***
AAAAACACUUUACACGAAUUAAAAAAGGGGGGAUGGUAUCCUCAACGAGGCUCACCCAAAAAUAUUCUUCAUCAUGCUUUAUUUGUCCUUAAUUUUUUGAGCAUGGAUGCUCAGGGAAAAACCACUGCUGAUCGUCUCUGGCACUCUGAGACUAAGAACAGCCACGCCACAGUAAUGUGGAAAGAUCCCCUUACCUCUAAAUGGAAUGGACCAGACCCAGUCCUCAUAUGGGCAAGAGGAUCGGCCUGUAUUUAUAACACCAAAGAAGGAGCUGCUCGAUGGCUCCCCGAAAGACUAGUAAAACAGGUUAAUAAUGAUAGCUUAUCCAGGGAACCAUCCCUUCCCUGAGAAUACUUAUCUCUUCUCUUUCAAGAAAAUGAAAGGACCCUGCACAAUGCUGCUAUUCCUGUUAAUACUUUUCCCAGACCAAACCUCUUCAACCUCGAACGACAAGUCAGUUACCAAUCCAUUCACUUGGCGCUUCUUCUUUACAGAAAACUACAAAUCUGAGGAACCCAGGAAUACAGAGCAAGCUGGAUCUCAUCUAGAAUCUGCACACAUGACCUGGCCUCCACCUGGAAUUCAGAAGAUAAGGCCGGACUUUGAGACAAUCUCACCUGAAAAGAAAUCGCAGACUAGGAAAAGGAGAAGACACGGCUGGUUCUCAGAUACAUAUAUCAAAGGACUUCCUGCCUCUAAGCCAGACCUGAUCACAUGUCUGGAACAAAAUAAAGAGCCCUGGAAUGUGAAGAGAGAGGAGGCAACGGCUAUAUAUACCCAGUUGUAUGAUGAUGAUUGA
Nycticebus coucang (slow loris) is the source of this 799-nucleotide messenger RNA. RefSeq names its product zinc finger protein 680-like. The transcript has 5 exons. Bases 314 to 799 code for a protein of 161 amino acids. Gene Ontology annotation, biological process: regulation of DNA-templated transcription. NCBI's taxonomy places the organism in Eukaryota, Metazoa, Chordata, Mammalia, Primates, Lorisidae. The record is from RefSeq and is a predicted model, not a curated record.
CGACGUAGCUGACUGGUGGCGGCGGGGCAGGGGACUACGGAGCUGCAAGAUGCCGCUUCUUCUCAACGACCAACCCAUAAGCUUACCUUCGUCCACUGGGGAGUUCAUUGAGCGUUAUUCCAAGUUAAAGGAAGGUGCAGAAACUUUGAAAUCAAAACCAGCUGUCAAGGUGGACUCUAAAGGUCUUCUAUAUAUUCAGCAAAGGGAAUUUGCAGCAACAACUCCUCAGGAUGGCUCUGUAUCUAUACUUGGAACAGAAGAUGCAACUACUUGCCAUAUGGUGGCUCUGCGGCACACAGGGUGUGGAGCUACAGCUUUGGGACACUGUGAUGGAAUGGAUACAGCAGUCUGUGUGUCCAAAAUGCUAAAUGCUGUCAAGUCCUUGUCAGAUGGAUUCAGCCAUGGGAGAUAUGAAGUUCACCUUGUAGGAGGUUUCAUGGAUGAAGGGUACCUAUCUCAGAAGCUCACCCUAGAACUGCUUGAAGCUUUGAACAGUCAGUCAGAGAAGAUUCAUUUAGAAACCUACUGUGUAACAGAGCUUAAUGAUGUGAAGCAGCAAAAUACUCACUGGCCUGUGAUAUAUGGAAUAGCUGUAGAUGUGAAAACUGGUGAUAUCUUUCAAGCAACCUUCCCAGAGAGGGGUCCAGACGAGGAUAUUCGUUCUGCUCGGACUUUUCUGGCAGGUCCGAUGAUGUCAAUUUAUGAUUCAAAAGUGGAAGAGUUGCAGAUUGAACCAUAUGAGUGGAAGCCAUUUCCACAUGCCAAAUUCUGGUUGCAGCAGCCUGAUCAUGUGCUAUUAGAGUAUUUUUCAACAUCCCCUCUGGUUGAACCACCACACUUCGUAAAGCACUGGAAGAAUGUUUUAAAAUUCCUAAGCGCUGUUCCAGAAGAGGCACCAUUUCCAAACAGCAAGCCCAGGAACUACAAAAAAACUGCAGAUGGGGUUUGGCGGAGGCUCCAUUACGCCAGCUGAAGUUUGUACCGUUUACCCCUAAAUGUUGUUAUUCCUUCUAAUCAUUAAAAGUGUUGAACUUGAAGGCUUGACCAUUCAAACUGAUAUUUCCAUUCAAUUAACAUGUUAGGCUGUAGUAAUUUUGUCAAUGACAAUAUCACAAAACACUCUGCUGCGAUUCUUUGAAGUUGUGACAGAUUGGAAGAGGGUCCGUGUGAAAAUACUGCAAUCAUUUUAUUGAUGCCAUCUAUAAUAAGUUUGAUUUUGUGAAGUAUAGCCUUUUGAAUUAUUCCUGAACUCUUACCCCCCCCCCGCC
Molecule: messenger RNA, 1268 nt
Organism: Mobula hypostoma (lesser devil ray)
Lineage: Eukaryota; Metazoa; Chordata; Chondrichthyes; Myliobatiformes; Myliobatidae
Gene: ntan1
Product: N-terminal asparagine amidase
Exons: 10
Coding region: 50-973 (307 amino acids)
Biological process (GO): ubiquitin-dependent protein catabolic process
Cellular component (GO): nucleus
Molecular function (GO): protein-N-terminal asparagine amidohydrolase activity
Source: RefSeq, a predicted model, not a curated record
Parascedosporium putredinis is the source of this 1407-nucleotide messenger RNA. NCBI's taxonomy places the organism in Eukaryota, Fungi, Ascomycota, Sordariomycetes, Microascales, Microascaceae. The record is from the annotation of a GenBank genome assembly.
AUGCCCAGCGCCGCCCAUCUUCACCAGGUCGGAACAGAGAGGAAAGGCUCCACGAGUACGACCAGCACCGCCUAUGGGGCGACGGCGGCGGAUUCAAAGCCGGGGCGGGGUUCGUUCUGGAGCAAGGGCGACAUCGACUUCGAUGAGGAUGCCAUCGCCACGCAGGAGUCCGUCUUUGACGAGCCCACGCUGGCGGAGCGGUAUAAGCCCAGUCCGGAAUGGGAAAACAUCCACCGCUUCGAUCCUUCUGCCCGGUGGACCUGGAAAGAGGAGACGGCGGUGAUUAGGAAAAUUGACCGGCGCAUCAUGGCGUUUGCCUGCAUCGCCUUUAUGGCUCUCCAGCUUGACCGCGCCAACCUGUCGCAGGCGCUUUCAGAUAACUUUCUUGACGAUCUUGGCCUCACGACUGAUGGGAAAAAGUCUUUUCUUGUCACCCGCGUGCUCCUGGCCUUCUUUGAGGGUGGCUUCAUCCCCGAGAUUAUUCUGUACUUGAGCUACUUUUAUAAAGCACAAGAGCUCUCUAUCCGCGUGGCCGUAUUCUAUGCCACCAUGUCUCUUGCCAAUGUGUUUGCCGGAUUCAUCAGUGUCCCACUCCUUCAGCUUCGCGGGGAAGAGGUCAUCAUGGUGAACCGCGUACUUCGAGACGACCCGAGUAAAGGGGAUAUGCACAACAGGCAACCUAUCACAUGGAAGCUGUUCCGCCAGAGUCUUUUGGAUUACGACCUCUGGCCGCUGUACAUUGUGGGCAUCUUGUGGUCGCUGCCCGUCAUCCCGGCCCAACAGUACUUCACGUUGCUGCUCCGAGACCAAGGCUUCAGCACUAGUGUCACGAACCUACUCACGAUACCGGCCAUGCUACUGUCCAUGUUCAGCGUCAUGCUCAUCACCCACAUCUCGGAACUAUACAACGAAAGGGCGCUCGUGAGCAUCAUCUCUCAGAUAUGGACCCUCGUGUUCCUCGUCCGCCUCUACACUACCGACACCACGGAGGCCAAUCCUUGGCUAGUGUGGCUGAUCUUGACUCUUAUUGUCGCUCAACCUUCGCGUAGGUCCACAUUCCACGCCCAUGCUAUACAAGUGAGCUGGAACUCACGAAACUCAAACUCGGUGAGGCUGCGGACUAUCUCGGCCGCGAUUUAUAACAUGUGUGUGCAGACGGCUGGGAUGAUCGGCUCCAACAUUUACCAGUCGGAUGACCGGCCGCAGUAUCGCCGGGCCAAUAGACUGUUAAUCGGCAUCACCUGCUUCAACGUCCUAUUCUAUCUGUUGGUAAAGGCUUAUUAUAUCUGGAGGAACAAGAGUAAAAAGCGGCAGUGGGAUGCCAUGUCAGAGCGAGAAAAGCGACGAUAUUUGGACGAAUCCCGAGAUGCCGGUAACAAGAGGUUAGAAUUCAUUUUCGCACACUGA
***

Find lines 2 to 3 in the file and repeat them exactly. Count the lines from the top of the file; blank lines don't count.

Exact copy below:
Nycticebus coucang (slow loris) is the source of this 799-nucleotide messenger RNA. RefSeq names its product zinc finger protein 680-like. The transcript has 5 exons. Bases 314 to 799 code for a protein of 161 amino acids. Gene Ontology annotation, biological process: regulation of DNA-templated transcription. NCBI's taxonomy places the organism in Eukaryota, Metazoa, Chordata, Mammalia, Primates, Lorisidae. The record is from RefSeq and is a predicted model, not a curated record.
CGACGUAGCUGACUGGUGGCGGCGGGGCAGGGGACUACGGAGCUGCAAGAUGCCGCUUCUUCUCAACGACCAACCCAUAAGCUUACCUUCGUCCACUGGGGAGUUCAUUGAGCGUUAUUCCAAGUUAAAGGAAGGUGCAGAAACUUUGAAAUCAAAACCAGCUGUCAAGGUGGACUCUAAAGGUCUUCUAUAUAUUCAGCAAAGGGAAUUUGCAGCAACAACUCCUCAGGAUGGCUCUGUAUCUAUACUUGGAACAGAAGAUGCAACUACUUGCCAUAUGGUGGCUCUGCGGCACACAGGGUGUGGAGCUACAGCUUUGGGACACUGUGAUGGAAUGGAUACAGCAGUCUGUGUGUCCAAAAUGCUAAAUGCUGUCAAGUCCUUGUCAGAUGGAUUCAGCCAUGGGAGAUAUGAAGUUCACCUUGUAGGAGGUUUCAUGGAUGAAGGGUACCUAUCUCAGAAGCUCACCCUAGAACUGCUUGAAGCUUUGAACAGUCAGUCAGAGAAGAUUCAUUUAGAAACCUACUGUGUAACAGAGCUUAAUGAUGUGAAGCAGCAAAAUACUCACUGGCCUGUGAUAUAUGGAAUAGCUGUAGAUGUGAAAACUGGUGAUAUCUUUCAAGCAACCUUCCCAGAGAGGGGUCCAGACGAGGAUAUUCGUUCUGCUCGGACUUUUCUGGCAGGUCCGAUGAUGUCAAUUUAUGAUUCAAAAGUGGAAGAGUUGCAGAUUGAACCAUAUGAGUGGAAGCCAUUUCCACAUGCCAAAUUCUGGUUGCAGCAGCCUGAUCAUGUGCUAUUAGAGUAUUUUUCAACAUCCCCUCUGGUUGAACCACCACACUUCGUAAAGCACUGGAAGAAUGUUUUAAAAUUCCUAAGCGCUGUUCCAGAAGAGGCACCAUUUCCAAACAGCAAGCCCAGGAACUACAAAAAAACUGCAGAUGGGGUUUGGCGGAGGCUCCAUUACGCCAGCUGAAGUUUGUACCGUUUACCCCUAAAUGUUGUUAUUCCUUCUAAUCAUUAAAAGUGUUGAACUUGAAGGCUUGACCAUUCAAACUGAUAUUUCCAUUCAAUUAACAUGUUAGGCUGUAGUAAUUUUGUCAAUGACAAUAUCACAAAACACUCUGCUGCGAUUCUUUGAAGUUGUGACAGAUUGGAAGAGGGUCCGUGUGAAAAUACUGCAAUCAUUUUAUUGAUGCCAUCUAUAAUAAGUUUGAUUUUGUGAAGUAUAGCCUUUUGAAUUAUUCCUGAACUCUUACCCCCCCCCCGCC